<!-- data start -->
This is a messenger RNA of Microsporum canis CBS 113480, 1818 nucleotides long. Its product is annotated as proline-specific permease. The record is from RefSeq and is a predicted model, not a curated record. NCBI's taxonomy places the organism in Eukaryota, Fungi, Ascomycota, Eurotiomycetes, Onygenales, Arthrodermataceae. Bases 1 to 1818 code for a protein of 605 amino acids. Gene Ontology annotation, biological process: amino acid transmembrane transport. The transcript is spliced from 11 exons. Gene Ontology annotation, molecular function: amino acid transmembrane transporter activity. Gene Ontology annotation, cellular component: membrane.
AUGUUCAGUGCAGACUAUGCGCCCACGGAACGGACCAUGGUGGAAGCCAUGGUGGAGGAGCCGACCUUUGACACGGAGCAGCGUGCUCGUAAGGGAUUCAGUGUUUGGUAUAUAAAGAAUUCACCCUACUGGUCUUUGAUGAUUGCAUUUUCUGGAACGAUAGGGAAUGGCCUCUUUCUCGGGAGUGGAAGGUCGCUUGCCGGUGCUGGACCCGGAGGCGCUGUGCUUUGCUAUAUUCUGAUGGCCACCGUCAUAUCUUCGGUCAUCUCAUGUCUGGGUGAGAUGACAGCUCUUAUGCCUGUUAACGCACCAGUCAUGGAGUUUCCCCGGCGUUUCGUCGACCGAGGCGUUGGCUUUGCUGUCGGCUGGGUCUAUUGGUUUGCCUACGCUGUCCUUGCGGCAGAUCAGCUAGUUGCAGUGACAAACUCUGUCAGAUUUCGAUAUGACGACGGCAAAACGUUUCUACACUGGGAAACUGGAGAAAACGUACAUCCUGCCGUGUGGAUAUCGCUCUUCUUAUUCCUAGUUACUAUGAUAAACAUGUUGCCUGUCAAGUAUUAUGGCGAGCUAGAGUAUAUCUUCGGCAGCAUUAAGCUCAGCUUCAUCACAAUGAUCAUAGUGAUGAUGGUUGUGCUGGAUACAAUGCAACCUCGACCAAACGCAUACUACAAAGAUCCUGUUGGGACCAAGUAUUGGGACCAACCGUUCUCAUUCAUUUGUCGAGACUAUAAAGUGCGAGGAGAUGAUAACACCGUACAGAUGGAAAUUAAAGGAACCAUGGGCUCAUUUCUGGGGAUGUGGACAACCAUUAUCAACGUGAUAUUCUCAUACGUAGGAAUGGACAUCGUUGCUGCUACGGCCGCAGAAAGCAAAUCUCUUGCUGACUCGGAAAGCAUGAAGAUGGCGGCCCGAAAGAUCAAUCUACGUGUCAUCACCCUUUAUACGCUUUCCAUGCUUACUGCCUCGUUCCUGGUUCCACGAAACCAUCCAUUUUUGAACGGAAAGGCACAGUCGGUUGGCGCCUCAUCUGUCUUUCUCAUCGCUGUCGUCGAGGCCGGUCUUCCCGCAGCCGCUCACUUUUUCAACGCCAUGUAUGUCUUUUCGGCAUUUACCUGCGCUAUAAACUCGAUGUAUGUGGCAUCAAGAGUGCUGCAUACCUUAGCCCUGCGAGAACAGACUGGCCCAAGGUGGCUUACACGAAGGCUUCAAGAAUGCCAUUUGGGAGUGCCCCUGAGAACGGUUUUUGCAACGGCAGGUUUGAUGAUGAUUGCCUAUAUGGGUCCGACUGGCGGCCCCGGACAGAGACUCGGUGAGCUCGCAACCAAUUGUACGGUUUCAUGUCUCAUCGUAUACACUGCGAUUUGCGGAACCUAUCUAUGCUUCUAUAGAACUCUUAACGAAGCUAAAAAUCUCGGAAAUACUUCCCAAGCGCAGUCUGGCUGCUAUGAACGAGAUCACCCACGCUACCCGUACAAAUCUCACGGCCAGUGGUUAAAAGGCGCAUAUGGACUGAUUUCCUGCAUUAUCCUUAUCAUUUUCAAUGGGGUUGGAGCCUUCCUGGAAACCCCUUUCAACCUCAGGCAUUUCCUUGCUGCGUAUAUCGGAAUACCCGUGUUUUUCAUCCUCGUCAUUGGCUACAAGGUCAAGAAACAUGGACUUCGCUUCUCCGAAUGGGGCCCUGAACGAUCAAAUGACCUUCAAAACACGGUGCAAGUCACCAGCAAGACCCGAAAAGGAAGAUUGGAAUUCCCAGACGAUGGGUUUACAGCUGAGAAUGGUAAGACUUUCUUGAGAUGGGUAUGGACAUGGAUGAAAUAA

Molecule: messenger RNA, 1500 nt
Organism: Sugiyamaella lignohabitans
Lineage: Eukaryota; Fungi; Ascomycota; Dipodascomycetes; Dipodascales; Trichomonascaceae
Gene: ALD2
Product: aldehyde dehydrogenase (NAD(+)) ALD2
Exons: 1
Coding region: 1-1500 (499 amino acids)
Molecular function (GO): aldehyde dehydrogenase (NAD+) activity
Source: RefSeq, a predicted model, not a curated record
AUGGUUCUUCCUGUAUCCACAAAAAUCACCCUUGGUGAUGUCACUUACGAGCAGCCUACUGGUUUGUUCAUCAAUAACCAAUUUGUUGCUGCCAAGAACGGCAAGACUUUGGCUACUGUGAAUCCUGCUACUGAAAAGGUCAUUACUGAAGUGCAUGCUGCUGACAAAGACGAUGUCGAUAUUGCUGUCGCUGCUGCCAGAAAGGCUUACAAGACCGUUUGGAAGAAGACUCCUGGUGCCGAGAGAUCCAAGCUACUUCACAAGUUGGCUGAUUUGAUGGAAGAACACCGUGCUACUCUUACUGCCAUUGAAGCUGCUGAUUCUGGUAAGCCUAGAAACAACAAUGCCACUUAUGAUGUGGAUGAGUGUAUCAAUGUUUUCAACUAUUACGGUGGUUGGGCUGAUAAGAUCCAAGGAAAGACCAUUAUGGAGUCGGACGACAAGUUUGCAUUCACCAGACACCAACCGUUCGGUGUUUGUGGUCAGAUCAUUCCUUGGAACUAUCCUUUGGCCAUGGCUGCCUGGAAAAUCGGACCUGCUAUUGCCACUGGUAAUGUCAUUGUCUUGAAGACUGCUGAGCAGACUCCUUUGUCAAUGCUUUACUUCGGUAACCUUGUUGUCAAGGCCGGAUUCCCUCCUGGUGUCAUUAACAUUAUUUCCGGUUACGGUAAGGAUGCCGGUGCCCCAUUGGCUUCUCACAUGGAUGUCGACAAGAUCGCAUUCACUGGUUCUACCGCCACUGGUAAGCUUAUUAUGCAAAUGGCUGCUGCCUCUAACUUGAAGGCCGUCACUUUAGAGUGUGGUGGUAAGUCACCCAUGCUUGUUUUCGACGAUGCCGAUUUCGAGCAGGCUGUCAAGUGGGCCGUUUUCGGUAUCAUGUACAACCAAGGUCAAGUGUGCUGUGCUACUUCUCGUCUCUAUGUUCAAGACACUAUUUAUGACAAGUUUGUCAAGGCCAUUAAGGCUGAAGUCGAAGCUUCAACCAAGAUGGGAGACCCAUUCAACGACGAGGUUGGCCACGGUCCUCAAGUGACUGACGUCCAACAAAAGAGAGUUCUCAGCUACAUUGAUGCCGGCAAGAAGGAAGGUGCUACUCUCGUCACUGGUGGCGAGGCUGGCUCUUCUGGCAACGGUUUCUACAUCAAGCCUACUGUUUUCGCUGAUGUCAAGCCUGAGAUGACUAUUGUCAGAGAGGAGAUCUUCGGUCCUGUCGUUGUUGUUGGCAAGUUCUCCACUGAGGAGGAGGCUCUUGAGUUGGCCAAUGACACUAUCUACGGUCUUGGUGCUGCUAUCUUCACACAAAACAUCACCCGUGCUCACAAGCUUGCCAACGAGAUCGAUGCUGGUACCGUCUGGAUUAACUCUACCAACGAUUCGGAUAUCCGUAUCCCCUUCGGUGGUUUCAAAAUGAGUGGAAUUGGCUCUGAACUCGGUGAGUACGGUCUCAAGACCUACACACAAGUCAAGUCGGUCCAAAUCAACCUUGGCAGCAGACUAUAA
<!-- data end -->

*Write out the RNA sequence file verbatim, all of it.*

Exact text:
This is a messenger RNA of Microsporum canis CBS 113480, 1818 nucleotides long. Its product is annotated as proline-specific permease. The record is from RefSeq and is a predicted model, not a curated record. NCBI's taxonomy places the organism in Eukaryota, Fungi, Ascomycota, Eurotiomycetes, Onygenales, Arthrodermataceae. Bases 1 to 1818 code for a protein of 605 amino acids. Gene Ontology annotation, biological process: amino acid transmembrane transport. The transcript is spliced from 11 exons. Gene Ontology annotation, molecular function: amino acid transmembrane transporter activity. Gene Ontology annotation, cellular component: membrane.
AUGUUCAGUGCAGACUAUGCGCCCACGGAACGGACCAUGGUGGAAGCCAUGGUGGAGGAGCCGACCUUUGACACGGAGCAGCGUGCUCGUAAGGGAUUCAGUGUUUGGUAUAUAAAGAAUUCACCCUACUGGUCUUUGAUGAUUGCAUUUUCUGGAACGAUAGGGAAUGGCCUCUUUCUCGGGAGUGGAAGGUCGCUUGCCGGUGCUGGACCCGGAGGCGCUGUGCUUUGCUAUAUUCUGAUGGCCACCGUCAUAUCUUCGGUCAUCUCAUGUCUGGGUGAGAUGACAGCUCUUAUGCCUGUUAACGCACCAGUCAUGGAGUUUCCCCGGCGUUUCGUCGACCGAGGCGUUGGCUUUGCUGUCGGCUGGGUCUAUUGGUUUGCCUACGCUGUCCUUGCGGCAGAUCAGCUAGUUGCAGUGACAAACUCUGUCAGAUUUCGAUAUGACGACGGCAAAACGUUUCUACACUGGGAAACUGGAGAAAACGUACAUCCUGCCGUGUGGAUAUCGCUCUUCUUAUUCCUAGUUACUAUGAUAAACAUGUUGCCUGUCAAGUAUUAUGGCGAGCUAGAGUAUAUCUUCGGCAGCAUUAAGCUCAGCUUCAUCACAAUGAUCAUAGUGAUGAUGGUUGUGCUGGAUACAAUGCAACCUCGACCAAACGCAUACUACAAAGAUCCUGUUGGGACCAAGUAUUGGGACCAACCGUUCUCAUUCAUUUGUCGAGACUAUAAAGUGCGAGGAGAUGAUAACACCGUACAGAUGGAAAUUAAAGGAACCAUGGGCUCAUUUCUGGGGAUGUGGACAACCAUUAUCAACGUGAUAUUCUCAUACGUAGGAAUGGACAUCGUUGCUGCUACGGCCGCAGAAAGCAAAUCUCUUGCUGACUCGGAAAGCAUGAAGAUGGCGGCCCGAAAGAUCAAUCUACGUGUCAUCACCCUUUAUACGCUUUCCAUGCUUACUGCCUCGUUCCUGGUUCCACGAAACCAUCCAUUUUUGAACGGAAAGGCACAGUCGGUUGGCGCCUCAUCUGUCUUUCUCAUCGCUGUCGUCGAGGCCGGUCUUCCCGCAGCCGCUCACUUUUUCAACGCCAUGUAUGUCUUUUCGGCAUUUACCUGCGCUAUAAACUCGAUGUAUGUGGCAUCAAGAGUGCUGCAUACCUUAGCCCUGCGAGAACAGACUGGCCCAAGGUGGCUUACACGAAGGCUUCAAGAAUGCCAUUUGGGAGUGCCCCUGAGAACGGUUUUUGCAACGGCAGGUUUGAUGAUGAUUGCCUAUAUGGGUCCGACUGGCGGCCCCGGACAGAGACUCGGUGAGCUCGCAACCAAUUGUACGGUUUCAUGUCUCAUCGUAUACACUGCGAUUUGCGGAACCUAUCUAUGCUUCUAUAGAACUCUUAACGAAGCUAAAAAUCUCGGAAAUACUUCCCAAGCGCAGUCUGGCUGCUAUGAACGAGAUCACCCACGCUACCCGUACAAAUCUCACGGCCAGUGGUUAAAAGGCGCAUAUGGACUGAUUUCCUGCAUUAUCCUUAUCAUUUUCAAUGGGGUUGGAGCCUUCCUGGAAACCCCUUUCAACCUCAGGCAUUUCCUUGCUGCGUAUAUCGGAAUACCCGUGUUUUUCAUCCUCGUCAUUGGCUACAAGGUCAAGAAACAUGGACUUCGCUUCUCCGAAUGGGGCCCUGAACGAUCAAAUGACCUUCAAAACACGGUGCAAGUCACCAGCAAGACCCGAAAAGGAAGAUUGGAAUUCCCAGACGAUGGGUUUACAGCUGAGAAUGGUAAGACUUUCUUGAGAUGGGUAUGGACAUGGAUGAAAUAA

Molecule: messenger RNA, 1500 nt
Organism: Sugiyamaella lignohabitans
Lineage: Eukaryota; Fungi; Ascomycota; Dipodascomycetes; Dipodascales; Trichomonascaceae
Gene: ALD2
Product: aldehyde dehydrogenase (NAD(+)) ALD2
Exons: 1
Coding region: 1-1500 (499 amino acids)
Molecular function (GO): aldehyde dehydrogenase (NAD+) activity
Source: RefSeq, a predicted model, not a curated record
AUGGUUCUUCCUGUAUCCACAAAAAUCACCCUUGGUGAUGUCACUUACGAGCAGCCUACUGGUUUGUUCAUCAAUAACCAAUUUGUUGCUGCCAAGAACGGCAAGACUUUGGCUACUGUGAAUCCUGCUACUGAAAAGGUCAUUACUGAAGUGCAUGCUGCUGACAAAGACGAUGUCGAUAUUGCUGUCGCUGCUGCCAGAAAGGCUUACAAGACCGUUUGGAAGAAGACUCCUGGUGCCGAGAGAUCCAAGCUACUUCACAAGUUGGCUGAUUUGAUGGAAGAACACCGUGCUACUCUUACUGCCAUUGAAGCUGCUGAUUCUGGUAAGCCUAGAAACAACAAUGCCACUUAUGAUGUGGAUGAGUGUAUCAAUGUUUUCAACUAUUACGGUGGUUGGGCUGAUAAGAUCCAAGGAAAGACCAUUAUGGAGUCGGACGACAAGUUUGCAUUCACCAGACACCAACCGUUCGGUGUUUGUGGUCAGAUCAUUCCUUGGAACUAUCCUUUGGCCAUGGCUGCCUGGAAAAUCGGACCUGCUAUUGCCACUGGUAAUGUCAUUGUCUUGAAGACUGCUGAGCAGACUCCUUUGUCAAUGCUUUACUUCGGUAACCUUGUUGUCAAGGCCGGAUUCCCUCCUGGUGUCAUUAACAUUAUUUCCGGUUACGGUAAGGAUGCCGGUGCCCCAUUGGCUUCUCACAUGGAUGUCGACAAGAUCGCAUUCACUGGUUCUACCGCCACUGGUAAGCUUAUUAUGCAAAUGGCUGCUGCCUCUAACUUGAAGGCCGUCACUUUAGAGUGUGGUGGUAAGUCACCCAUGCUUGUUUUCGACGAUGCCGAUUUCGAGCAGGCUGUCAAGUGGGCCGUUUUCGGUAUCAUGUACAACCAAGGUCAAGUGUGCUGUGCUACUUCUCGUCUCUAUGUUCAAGACACUAUUUAUGACAAGUUUGUCAAGGCCAUUAAGGCUGAAGUCGAAGCUUCAACCAAGAUGGGAGACCCAUUCAACGACGAGGUUGGCCACGGUCCUCAAGUGACUGACGUCCAACAAAAGAGAGUUCUCAGCUACAUUGAUGCCGGCAAGAAGGAAGGUGCUACUCUCGUCACUGGUGGCGAGGCUGGCUCUUCUGGCAACGGUUUCUACAUCAAGCCUACUGUUUUCGCUGAUGUCAAGCCUGAGAUGACUAUUGUCAGAGAGGAGAUCUUCGGUCCUGUCGUUGUUGUUGGCAAGUUCUCCACUGAGGAGGAGGCUCUUGAGUUGGCCAAUGACACUAUCUACGGUCUUGGUGCUGCUAUCUUCACACAAAACAUCACCCGUGCUCACAAGCUUGCCAACGAGAUCGAUGCUGGUACCGUCUGGAUUAACUCUACCAACGAUUCGGAUAUCCGUAUCCCCUUCGGUGGUUUCAAAAUGAGUGGAAUUGGCUCUGAACUCGGUGAGUACGGUCUCAAGACCUACACACAAGUCAAGUCGGUCCAAAUCAACCUUGGCAGCAGACUAUAA